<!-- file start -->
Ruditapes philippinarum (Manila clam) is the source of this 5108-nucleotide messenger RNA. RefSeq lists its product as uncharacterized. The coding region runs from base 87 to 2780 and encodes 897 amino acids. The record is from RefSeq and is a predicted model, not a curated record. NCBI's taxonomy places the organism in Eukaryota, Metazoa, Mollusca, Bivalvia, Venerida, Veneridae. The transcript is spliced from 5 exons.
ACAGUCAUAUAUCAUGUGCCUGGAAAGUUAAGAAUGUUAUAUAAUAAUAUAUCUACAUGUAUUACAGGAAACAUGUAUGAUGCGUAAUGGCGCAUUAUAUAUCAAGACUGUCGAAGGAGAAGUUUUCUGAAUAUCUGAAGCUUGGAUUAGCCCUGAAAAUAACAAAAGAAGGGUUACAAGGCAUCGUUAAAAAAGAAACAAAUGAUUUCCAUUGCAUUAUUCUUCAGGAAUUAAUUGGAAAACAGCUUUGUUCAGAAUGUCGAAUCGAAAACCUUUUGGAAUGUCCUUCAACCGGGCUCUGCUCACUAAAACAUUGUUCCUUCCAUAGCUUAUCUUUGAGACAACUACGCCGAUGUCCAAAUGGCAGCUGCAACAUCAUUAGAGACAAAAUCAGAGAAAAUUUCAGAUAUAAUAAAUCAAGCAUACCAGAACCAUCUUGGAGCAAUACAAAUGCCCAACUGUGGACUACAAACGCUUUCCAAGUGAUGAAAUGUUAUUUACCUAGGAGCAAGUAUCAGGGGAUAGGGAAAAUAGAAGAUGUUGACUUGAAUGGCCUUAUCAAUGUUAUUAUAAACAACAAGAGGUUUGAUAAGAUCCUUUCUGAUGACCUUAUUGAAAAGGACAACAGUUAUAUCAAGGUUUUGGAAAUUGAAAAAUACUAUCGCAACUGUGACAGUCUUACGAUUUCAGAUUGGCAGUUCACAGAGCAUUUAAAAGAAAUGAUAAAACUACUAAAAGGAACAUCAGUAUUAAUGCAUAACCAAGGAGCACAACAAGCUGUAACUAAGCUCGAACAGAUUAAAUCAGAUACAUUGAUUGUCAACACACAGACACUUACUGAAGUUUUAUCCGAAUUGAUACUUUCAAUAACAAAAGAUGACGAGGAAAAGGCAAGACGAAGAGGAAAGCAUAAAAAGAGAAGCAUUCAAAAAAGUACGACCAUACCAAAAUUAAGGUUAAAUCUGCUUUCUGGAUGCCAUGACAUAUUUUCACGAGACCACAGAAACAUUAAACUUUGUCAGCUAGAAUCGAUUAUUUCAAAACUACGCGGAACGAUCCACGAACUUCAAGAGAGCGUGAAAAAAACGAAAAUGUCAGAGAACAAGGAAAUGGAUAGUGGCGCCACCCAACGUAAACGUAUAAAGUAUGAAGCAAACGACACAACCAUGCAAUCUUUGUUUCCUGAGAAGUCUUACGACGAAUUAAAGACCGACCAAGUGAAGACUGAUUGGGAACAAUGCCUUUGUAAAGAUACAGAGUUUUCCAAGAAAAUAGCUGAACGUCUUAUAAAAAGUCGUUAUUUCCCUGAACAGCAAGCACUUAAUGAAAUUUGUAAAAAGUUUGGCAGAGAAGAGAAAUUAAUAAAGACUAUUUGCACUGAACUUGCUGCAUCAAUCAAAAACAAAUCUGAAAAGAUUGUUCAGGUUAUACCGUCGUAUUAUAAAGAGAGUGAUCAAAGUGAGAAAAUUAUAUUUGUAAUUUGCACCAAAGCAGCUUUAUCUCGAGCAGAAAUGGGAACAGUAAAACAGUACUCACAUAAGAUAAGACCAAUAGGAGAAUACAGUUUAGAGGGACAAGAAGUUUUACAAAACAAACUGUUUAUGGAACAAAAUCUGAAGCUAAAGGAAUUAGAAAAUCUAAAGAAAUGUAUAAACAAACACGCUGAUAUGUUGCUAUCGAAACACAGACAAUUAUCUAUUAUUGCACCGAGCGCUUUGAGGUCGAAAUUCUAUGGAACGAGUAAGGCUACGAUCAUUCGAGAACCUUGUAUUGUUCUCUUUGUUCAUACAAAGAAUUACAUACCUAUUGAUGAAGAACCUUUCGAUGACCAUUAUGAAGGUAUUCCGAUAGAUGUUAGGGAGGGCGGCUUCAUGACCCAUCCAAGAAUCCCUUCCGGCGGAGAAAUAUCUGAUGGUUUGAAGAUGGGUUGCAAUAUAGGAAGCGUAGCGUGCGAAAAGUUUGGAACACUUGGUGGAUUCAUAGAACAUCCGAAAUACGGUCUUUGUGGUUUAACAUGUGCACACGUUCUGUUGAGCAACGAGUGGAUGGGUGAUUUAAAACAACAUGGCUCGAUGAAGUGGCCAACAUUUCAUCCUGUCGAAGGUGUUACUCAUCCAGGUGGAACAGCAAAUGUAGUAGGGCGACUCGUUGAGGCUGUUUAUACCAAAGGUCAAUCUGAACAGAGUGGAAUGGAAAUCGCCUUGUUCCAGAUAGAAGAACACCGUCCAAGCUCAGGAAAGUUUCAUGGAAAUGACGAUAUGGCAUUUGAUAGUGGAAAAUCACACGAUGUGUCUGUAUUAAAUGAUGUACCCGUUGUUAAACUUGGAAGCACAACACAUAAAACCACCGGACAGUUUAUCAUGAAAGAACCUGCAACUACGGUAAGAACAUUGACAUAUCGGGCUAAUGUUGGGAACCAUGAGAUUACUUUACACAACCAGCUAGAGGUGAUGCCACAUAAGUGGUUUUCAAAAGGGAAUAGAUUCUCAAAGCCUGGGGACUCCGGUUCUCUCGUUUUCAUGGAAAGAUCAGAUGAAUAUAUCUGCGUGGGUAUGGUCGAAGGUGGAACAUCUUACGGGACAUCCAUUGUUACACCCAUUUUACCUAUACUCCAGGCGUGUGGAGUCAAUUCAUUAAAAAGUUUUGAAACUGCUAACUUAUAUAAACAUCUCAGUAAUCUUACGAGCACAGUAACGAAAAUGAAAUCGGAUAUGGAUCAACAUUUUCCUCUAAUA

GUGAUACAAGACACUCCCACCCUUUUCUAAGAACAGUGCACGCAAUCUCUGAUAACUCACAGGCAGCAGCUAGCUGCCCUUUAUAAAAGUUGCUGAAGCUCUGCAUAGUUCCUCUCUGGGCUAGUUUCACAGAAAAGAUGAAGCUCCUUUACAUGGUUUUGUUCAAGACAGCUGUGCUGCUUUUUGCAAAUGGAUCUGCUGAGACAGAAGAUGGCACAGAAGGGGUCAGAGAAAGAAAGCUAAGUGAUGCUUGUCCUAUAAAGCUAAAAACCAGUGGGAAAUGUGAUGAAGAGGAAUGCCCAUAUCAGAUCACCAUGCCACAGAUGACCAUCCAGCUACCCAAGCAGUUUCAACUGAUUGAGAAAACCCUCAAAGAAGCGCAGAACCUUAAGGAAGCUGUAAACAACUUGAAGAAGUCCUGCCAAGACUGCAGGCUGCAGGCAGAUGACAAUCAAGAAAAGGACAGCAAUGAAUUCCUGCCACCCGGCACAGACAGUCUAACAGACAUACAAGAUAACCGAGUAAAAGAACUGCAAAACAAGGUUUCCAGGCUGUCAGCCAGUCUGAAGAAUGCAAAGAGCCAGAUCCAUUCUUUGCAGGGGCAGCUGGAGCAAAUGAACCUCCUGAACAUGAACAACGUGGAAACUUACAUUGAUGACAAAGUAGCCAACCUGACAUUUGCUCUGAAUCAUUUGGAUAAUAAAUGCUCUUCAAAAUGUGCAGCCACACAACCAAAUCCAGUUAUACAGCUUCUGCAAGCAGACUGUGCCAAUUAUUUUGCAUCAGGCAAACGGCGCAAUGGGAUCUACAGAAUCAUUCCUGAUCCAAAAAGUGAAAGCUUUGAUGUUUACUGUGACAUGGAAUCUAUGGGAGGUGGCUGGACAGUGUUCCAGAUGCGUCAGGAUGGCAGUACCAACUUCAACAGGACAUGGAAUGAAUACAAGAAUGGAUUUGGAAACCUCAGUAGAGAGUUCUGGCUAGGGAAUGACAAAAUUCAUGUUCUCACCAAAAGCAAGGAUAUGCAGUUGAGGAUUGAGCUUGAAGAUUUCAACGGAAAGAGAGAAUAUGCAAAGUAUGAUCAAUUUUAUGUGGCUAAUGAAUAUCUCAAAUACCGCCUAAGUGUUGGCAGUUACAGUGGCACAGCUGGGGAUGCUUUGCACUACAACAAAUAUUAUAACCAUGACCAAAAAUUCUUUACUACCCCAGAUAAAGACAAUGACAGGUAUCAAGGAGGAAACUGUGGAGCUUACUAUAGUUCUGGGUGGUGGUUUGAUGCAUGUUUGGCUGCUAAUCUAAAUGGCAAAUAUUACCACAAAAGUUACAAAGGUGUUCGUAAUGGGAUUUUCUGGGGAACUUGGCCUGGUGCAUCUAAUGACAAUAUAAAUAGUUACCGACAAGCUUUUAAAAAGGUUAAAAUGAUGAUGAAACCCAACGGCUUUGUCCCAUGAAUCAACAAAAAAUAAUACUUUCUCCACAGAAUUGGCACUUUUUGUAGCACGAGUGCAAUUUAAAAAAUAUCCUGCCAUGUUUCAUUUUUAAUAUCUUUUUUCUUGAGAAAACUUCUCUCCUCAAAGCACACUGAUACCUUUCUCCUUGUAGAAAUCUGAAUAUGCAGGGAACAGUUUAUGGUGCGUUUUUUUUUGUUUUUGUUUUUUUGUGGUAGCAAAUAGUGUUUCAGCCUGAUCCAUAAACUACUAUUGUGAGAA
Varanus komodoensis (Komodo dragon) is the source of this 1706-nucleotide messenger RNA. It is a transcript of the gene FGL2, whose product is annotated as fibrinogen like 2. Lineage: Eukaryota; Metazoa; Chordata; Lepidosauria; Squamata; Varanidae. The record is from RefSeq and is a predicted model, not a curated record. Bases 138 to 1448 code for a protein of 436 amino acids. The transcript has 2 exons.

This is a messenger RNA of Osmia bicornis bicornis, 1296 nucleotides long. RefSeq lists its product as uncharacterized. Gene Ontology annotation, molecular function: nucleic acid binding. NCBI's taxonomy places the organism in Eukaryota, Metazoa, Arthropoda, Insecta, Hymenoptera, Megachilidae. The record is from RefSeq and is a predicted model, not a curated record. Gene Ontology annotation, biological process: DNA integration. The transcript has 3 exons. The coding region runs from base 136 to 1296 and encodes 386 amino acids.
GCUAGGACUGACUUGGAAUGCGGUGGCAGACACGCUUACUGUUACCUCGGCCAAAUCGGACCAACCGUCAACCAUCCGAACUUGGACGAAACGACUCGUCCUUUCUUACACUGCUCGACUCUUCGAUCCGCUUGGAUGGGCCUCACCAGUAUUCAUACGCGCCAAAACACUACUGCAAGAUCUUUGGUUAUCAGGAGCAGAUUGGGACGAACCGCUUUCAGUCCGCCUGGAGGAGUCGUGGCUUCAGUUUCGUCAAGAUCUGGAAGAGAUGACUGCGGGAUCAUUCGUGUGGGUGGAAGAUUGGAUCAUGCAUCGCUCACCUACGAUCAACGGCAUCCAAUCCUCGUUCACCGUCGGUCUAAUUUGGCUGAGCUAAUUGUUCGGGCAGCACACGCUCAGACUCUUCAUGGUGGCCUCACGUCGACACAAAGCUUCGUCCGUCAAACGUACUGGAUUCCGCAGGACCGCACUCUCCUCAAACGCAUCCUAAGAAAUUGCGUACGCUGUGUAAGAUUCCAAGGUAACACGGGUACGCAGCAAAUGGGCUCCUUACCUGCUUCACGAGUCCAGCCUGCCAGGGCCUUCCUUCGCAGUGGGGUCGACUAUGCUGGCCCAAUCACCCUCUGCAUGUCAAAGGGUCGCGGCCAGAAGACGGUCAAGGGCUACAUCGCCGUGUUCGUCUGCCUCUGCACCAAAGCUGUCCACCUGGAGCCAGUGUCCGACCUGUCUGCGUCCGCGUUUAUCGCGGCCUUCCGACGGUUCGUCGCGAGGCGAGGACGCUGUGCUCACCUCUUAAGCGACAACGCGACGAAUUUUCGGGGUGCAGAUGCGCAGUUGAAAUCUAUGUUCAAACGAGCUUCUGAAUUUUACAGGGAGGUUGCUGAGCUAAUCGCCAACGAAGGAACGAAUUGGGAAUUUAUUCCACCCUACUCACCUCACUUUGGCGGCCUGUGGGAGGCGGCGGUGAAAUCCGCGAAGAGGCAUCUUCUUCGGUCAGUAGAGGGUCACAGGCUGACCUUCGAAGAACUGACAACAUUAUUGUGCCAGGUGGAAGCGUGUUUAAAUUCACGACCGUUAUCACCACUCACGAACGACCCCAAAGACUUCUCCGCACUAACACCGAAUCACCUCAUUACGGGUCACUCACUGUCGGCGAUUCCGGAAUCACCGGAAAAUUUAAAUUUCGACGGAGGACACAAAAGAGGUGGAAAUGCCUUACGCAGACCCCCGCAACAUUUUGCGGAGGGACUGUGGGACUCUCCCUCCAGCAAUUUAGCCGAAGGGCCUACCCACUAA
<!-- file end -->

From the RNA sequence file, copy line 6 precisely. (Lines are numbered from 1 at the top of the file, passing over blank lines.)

GCUAGGACUGACUUGGAAUGCGGUGGCAGACACGCUUACUGUUACCUCGGCCAAAUCGGACCAACCGUCAACCAUCCGAACUUGGACGAAACGACUCGUCCUUUCUUACACUGCUCGACUCUUCGAUCCGCUUGGAUGGGCCUCACCAGUAUUCAUACGCGCCAAAACACUACUGCAAGAUCUUUGGUUAUCAGGAGCAGAUUGGGACGAACCGCUUUCAGUCCGCCUGGAGGAGUCGUGGCUUCAGUUUCGUCAAGAUCUGGAAGAGAUGACUGCGGGAUCAUUCGUGUGGGUGGAAGAUUGGAUCAUGCAUCGCUCACCUACGAUCAACGGCAUCCAAUCCUCGUUCACCGUCGGUCUAAUUUGGCUGAGCUAAUUGUUCGGGCAGCACACGCUCAGACUCUUCAUGGUGGCCUCACGUCGACACAAAGCUUCGUCCGUCAAACGUACUGGAUUCCGCAGGACCGCACUCUCCUCAAACGCAUCCUAAGAAAUUGCGUACGCUGUGUAAGAUUCCAAGGUAACACGGGUACGCAGCAAAUGGGCUCCUUACCUGCUUCACGAGUCCAGCCUGCCAGGGCCUUCCUUCGCAGUGGGGUCGACUAUGCUGGCCCAAUCACCCUCUGCAUGUCAAAGGGUCGCGGCCAGAAGACGGUCAAGGGCUACAUCGCCGUGUUCGUCUGCCUCUGCACCAAAGCUGUCCACCUGGAGCCAGUGUCCGACCUGUCUGCGUCCGCGUUUAUCGCGGCCUUCCGACGGUUCGUCGCGAGGCGAGGACGCUGUGCUCACCUCUUAAGCGACAACGCGACGAAUUUUCGGGGUGCAGAUGCGCAGUUGAAAUCUAUGUUCAAACGAGCUUCUGAAUUUUACAGGGAGGUUGCUGAGCUAAUCGCCAACGAAGGAACGAAUUGGGAAUUUAUUCCACCCUACUCACCUCACUUUGGCGGCCUGUGGGAGGCGGCGGUGAAAUCCGCGAAGAGGCAUCUUCUUCGGUCAGUAGAGGGUCACAGGCUGACCUUCGAAGAACUGACAACAUUAUUGUGCCAGGUGGAAGCGUGUUUAAAUUCACGACCGUUAUCACCACUCACGAACGACCCCAAAGACUUCUCCGCACUAACACCGAAUCACCUCAUUACGGGUCACUCACUGUCGGCGAUUCCGGAAUCACCGGAAAAUUUAAAUUUCGACGGAGGACACAAAAGAGGUGGAAAUGCCUUACGCAGACCCCCGCAACAUUUUGCGGAGGGACUGUGGGACUCUCCCUCCAGCAAUUUAGCCGAAGGGCCUACCCACUAA